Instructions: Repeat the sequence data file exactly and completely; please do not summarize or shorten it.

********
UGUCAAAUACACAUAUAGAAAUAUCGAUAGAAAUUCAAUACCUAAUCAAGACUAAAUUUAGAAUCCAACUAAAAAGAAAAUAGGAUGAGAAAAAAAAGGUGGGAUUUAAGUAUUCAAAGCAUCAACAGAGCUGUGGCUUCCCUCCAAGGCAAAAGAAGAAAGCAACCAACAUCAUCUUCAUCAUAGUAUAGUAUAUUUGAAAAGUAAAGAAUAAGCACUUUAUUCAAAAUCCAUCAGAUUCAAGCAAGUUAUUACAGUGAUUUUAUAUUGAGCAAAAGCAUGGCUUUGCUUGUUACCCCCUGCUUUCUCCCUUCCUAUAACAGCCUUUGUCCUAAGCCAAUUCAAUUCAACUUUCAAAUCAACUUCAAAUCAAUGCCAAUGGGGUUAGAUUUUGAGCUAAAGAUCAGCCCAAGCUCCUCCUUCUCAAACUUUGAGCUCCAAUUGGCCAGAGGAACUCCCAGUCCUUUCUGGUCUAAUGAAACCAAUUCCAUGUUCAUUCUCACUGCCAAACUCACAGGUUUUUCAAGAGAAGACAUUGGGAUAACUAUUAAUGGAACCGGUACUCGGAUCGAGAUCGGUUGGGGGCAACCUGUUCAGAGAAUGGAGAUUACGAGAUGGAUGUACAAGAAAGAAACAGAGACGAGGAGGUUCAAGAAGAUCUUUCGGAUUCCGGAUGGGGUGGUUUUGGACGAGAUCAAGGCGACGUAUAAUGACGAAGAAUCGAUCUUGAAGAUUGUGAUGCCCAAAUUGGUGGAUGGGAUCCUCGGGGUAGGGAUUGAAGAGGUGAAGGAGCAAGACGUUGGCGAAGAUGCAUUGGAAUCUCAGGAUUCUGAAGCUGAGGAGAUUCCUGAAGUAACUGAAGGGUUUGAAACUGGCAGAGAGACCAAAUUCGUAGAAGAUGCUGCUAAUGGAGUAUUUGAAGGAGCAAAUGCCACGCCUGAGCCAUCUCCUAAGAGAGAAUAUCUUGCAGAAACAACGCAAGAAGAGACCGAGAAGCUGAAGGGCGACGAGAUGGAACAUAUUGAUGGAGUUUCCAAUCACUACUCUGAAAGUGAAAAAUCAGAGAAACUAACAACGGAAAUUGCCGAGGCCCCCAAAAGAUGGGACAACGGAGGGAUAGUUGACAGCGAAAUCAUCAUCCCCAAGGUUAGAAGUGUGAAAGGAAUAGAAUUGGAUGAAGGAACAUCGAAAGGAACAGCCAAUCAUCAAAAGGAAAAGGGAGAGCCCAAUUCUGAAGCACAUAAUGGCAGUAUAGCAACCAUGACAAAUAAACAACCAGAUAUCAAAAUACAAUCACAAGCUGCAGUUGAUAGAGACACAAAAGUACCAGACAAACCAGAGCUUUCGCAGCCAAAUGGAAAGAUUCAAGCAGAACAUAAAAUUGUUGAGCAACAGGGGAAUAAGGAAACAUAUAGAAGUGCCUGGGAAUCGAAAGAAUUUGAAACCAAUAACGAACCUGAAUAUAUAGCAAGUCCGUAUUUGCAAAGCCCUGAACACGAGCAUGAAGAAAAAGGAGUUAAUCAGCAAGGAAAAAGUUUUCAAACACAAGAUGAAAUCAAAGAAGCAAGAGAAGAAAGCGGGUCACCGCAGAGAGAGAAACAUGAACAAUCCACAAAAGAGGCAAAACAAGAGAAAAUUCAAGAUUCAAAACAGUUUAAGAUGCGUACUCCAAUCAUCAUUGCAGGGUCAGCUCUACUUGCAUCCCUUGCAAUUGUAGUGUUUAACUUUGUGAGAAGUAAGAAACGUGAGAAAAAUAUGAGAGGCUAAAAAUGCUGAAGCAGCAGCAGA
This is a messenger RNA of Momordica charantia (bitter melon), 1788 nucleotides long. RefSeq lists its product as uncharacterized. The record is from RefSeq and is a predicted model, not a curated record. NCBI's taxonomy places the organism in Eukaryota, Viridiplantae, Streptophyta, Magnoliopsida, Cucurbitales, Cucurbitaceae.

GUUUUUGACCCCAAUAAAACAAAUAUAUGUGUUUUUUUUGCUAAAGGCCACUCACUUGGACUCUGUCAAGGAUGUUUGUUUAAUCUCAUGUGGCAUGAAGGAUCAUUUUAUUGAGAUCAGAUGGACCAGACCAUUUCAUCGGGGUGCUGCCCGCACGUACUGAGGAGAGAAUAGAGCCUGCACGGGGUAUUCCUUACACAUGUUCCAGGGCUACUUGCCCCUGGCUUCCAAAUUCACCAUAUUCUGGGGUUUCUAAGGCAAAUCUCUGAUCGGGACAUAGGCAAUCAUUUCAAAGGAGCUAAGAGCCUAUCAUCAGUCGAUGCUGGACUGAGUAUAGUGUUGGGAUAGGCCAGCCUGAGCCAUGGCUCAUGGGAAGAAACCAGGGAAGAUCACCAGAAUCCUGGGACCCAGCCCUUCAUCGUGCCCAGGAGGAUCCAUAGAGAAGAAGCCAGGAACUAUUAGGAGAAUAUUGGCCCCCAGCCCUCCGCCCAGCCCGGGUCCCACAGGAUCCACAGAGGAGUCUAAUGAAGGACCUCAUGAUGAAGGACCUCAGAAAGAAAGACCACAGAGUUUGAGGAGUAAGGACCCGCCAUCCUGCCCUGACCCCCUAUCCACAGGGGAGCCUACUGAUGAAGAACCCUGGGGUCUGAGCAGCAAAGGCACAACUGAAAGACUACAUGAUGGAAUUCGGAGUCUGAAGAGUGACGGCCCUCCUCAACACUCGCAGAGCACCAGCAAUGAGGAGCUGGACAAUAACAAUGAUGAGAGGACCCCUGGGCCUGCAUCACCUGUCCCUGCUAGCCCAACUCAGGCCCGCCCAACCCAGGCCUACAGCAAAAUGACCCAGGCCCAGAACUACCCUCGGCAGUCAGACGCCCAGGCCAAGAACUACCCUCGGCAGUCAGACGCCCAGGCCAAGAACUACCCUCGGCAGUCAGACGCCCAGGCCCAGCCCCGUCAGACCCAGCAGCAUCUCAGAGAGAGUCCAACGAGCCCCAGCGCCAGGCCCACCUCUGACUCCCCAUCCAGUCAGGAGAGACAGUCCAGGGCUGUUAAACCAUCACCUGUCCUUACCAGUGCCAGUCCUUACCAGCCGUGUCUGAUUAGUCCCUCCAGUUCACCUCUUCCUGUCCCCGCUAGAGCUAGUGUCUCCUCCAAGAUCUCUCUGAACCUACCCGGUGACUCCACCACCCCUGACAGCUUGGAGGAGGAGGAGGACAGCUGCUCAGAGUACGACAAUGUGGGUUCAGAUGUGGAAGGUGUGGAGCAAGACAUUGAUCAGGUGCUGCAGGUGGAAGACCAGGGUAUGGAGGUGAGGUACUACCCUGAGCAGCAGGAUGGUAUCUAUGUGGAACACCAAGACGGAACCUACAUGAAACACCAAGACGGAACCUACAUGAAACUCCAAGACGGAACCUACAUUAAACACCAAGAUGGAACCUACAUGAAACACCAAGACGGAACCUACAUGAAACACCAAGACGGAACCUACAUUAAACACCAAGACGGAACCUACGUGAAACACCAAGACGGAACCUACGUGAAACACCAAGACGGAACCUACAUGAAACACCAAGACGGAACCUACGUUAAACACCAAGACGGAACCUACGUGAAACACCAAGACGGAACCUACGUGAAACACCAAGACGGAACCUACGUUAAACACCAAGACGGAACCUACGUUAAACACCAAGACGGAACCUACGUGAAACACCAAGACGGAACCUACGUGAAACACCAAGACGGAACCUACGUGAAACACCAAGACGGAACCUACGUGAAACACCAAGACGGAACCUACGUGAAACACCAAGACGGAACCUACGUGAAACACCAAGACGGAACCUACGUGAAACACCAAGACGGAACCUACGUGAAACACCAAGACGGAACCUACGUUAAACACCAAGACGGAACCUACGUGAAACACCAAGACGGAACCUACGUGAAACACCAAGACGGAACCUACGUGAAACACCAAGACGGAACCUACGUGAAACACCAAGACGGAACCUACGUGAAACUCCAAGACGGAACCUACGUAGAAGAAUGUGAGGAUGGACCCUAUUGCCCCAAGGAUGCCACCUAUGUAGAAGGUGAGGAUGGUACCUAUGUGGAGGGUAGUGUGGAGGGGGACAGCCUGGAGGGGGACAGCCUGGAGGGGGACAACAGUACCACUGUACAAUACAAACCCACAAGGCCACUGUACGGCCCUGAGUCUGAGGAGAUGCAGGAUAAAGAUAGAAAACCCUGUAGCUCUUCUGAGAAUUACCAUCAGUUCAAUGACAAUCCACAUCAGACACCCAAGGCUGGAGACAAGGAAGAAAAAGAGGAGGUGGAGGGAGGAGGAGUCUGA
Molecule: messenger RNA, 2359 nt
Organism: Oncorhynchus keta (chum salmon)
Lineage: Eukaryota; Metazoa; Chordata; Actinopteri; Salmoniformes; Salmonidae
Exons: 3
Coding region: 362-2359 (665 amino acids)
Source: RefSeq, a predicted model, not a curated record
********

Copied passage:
UGUCAAAUACACAUAUAGAAAUAUCGAUAGAAAUUCAAUACCUAAUCAAGACUAAAUUUAGAAUCCAACUAAAAAGAAAAUAGGAUGAGAAAAAAAAGGUGGGAUUUAAGUAUUCAAAGCAUCAACAGAGCUGUGGCUUCCCUCCAAGGCAAAAGAAGAAAGCAACCAACAUCAUCUUCAUCAUAGUAUAGUAUAUUUGAAAAGUAAAGAAUAAGCACUUUAUUCAAAAUCCAUCAGAUUCAAGCAAGUUAUUACAGUGAUUUUAUAUUGAGCAAAAGCAUGGCUUUGCUUGUUACCCCCUGCUUUCUCCCUUCCUAUAACAGCCUUUGUCCUAAGCCAAUUCAAUUCAACUUUCAAAUCAACUUCAAAUCAAUGCCAAUGGGGUUAGAUUUUGAGCUAAAGAUCAGCCCAAGCUCCUCCUUCUCAAACUUUGAGCUCCAAUUGGCCAGAGGAACUCCCAGUCCUUUCUGGUCUAAUGAAACCAAUUCCAUGUUCAUUCUCACUGCCAAACUCACAGGUUUUUCAAGAGAAGACAUUGGGAUAACUAUUAAUGGAACCGGUACUCGGAUCGAGAUCGGUUGGGGGCAACCUGUUCAGAGAAUGGAGAUUACGAGAUGGAUGUACAAGAAAGAAACAGAGACGAGGAGGUUCAAGAAGAUCUUUCGGAUUCCGGAUGGGGUGGUUUUGGACGAGAUCAAGGCGACGUAUAAUGACGAAGAAUCGAUCUUGAAGAUUGUGAUGCCCAAAUUGGUGGAUGGGAUCCUCGGGGUAGGGAUUGAAGAGGUGAAGGAGCAAGACGUUGGCGAAGAUGCAUUGGAAUCUCAGGAUUCUGAAGCUGAGGAGAUUCCUGAAGUAACUGAAGGGUUUGAAACUGGCAGAGAGACCAAAUUCGUAGAAGAUGCUGCUAAUGGAGUAUUUGAAGGAGCAAAUGCCACGCCUGAGCCAUCUCCUAAGAGAGAAUAUCUUGCAGAAACAACGCAAGAAGAGACCGAGAAGCUGAAGGGCGACGAGAUGGAACAUAUUGAUGGAGUUUCCAAUCACUACUCUGAAAGUGAAAAAUCAGAGAAACUAACAACGGAAAUUGCCGAGGCCCCCAAAAGAUGGGACAACGGAGGGAUAGUUGACAGCGAAAUCAUCAUCCCCAAGGUUAGAAGUGUGAAAGGAAUAGAAUUGGAUGAAGGAACAUCGAAAGGAACAGCCAAUCAUCAAAAGGAAAAGGGAGAGCCCAAUUCUGAAGCACAUAAUGGCAGUAUAGCAACCAUGACAAAUAAACAACCAGAUAUCAAAAUACAAUCACAAGCUGCAGUUGAUAGAGACACAAAAGUACCAGACAAACCAGAGCUUUCGCAGCCAAAUGGAAAGAUUCAAGCAGAACAUAAAAUUGUUGAGCAACAGGGGAAUAAGGAAACAUAUAGAAGUGCCUGGGAAUCGAAAGAAUUUGAAACCAAUAACGAACCUGAAUAUAUAGCAAGUCCGUAUUUGCAAAGCCCUGAACACGAGCAUGAAGAAAAAGGAGUUAAUCAGCAAGGAAAAAGUUUUCAAACACAAGAUGAAAUCAAAGAAGCAAGAGAAGAAAGCGGGUCACCGCAGAGAGAGAAACAUGAACAAUCCACAAAAGAGGCAAAACAAGAGAAAAUUCAAGAUUCAAAACAGUUUAAGAUGCGUACUCCAAUCAUCAUUGCAGGGUCAGCUCUACUUGCAUCCCUUGCAAUUGUAGUGUUUAACUUUGUGAGAAGUAAGAAACGUGAGAAAAAUAUGAGAGGCUAAAAAUGCUGAAGCAGCAGCAGA
This is a messenger RNA of Momordica charantia (bitter melon), 1788 nucleotides long. RefSeq lists its product as uncharacterized. The record is from RefSeq and is a predicted model, not a curated record. NCBI's taxonomy places the organism in Eukaryota, Viridiplantae, Streptophyta, Magnoliopsida, Cucurbitales, Cucurbitaceae.

GUUUUUGACCCCAAUAAAACAAAUAUAUGUGUUUUUUUUGCUAAAGGCCACUCACUUGGACUCUGUCAAGGAUGUUUGUUUAAUCUCAUGUGGCAUGAAGGAUCAUUUUAUUGAGAUCAGAUGGACCAGACCAUUUCAUCGGGGUGCUGCCCGCACGUACUGAGGAGAGAAUAGAGCCUGCACGGGGUAUUCCUUACACAUGUUCCAGGGCUACUUGCCCCUGGCUUCCAAAUUCACCAUAUUCUGGGGUUUCUAAGGCAAAUCUCUGAUCGGGACAUAGGCAAUCAUUUCAAAGGAGCUAAGAGCCUAUCAUCAGUCGAUGCUGGACUGAGUAUAGUGUUGGGAUAGGCCAGCCUGAGCCAUGGCUCAUGGGAAGAAACCAGGGAAGAUCACCAGAAUCCUGGGACCCAGCCCUUCAUCGUGCCCAGGAGGAUCCAUAGAGAAGAAGCCAGGAACUAUUAGGAGAAUAUUGGCCCCCAGCCCUCCGCCCAGCCCGGGUCCCACAGGAUCCACAGAGGAGUCUAAUGAAGGACCUCAUGAUGAAGGACCUCAGAAAGAAAGACCACAGAGUUUGAGGAGUAAGGACCCGCCAUCCUGCCCUGACCCCCUAUCCACAGGGGAGCCUACUGAUGAAGAACCCUGGGGUCUGAGCAGCAAAGGCACAACUGAAAGACUACAUGAUGGAAUUCGGAGUCUGAAGAGUGACGGCCCUCCUCAACACUCGCAGAGCACCAGCAAUGAGGAGCUGGACAAUAACAAUGAUGAGAGGACCCCUGGGCCUGCAUCACCUGUCCCUGCUAGCCCAACUCAGGCCCGCCCAACCCAGGCCUACAGCAAAAUGACCCAGGCCCAGAACUACCCUCGGCAGUCAGACGCCCAGGCCAAGAACUACCCUCGGCAGUCAGACGCCCAGGCCAAGAACUACCCUCGGCAGUCAGACGCCCAGGCCCAGCCCCGUCAGACCCAGCAGCAUCUCAGAGAGAGUCCAACGAGCCCCAGCGCCAGGCCCACCUCUGACUCCCCAUCCAGUCAGGAGAGACAGUCCAGGGCUGUUAAACCAUCACCUGUCCUUACCAGUGCCAGUCCUUACCAGCCGUGUCUGAUUAGUCCCUCCAGUUCACCUCUUCCUGUCCCCGCUAGAGCUAGUGUCUCCUCCAAGAUCUCUCUGAACCUACCCGGUGACUCCACCACCCCUGACAGCUUGGAGGAGGAGGAGGACAGCUGCUCAGAGUACGACAAUGUGGGUUCAGAUGUGGAAGGUGUGGAGCAAGACAUUGAUCAGGUGCUGCAGGUGGAAGACCAGGGUAUGGAGGUGAGGUACUACCCUGAGCAGCAGGAUGGUAUCUAUGUGGAACACCAAGACGGAACCUACAUGAAACACCAAGACGGAACCUACAUGAAACUCCAAGACGGAACCUACAUUAAACACCAAGAUGGAACCUACAUGAAACACCAAGACGGAACCUACAUGAAACACCAAGACGGAACCUACAUUAAACACCAAGACGGAACCUACGUGAAACACCAAGACGGAACCUACGUGAAACACCAAGACGGAACCUACAUGAAACACCAAGACGGAACCUACGUUAAACACCAAGACGGAACCUACGUGAAACACCAAGACGGAACCUACGUGAAACACCAAGACGGAACCUACGUUAAACACCAAGACGGAACCUACGUUAAACACCAAGACGGAACCUACGUGAAACACCAAGACGGAACCUACGUGAAACACCAAGACGGAACCUACGUGAAACACCAAGACGGAACCUACGUGAAACACCAAGACGGAACCUACGUGAAACACCAAGACGGAACCUACGUGAAACACCAAGACGGAACCUACGUGAAACACCAAGACGGAACCUACGUGAAACACCAAGACGGAACCUACGUUAAACACCAAGACGGAACCUACGUGAAACACCAAGACGGAACCUACGUGAAACACCAAGACGGAACCUACGUGAAACACCAAGACGGAACCUACGUGAAACACCAAGACGGAACCUACGUGAAACUCCAAGACGGAACCUACGUAGAAGAAUGUGAGGAUGGACCCUAUUGCCCCAAGGAUGCCACCUAUGUAGAAGGUGAGGAUGGUACCUAUGUGGAGGGUAGUGUGGAGGGGGACAGCCUGGAGGGGGACAGCCUGGAGGGGGACAACAGUACCACUGUACAAUACAAACCCACAAGGCCACUGUACGGCCCUGAGUCUGAGGAGAUGCAGGAUAAAGAUAGAAAACCCUGUAGCUCUUCUGAGAAUUACCAUCAGUUCAAUGACAAUCCACAUCAGACACCCAAGGCUGGAGACAAGGAAGAAAAAGAGGAGGUGGAGGGAGGAGGAGUCUGA
Molecule: messenger RNA, 2359 nt
Organism: Oncorhynchus keta (chum salmon)
Lineage: Eukaryota; Metazoa; Chordata; Actinopteri; Salmoniformes; Salmonidae
Exons: 3
Coding region: 362-2359 (665 amino acids)
Source: RefSeq, a predicted model, not a curated record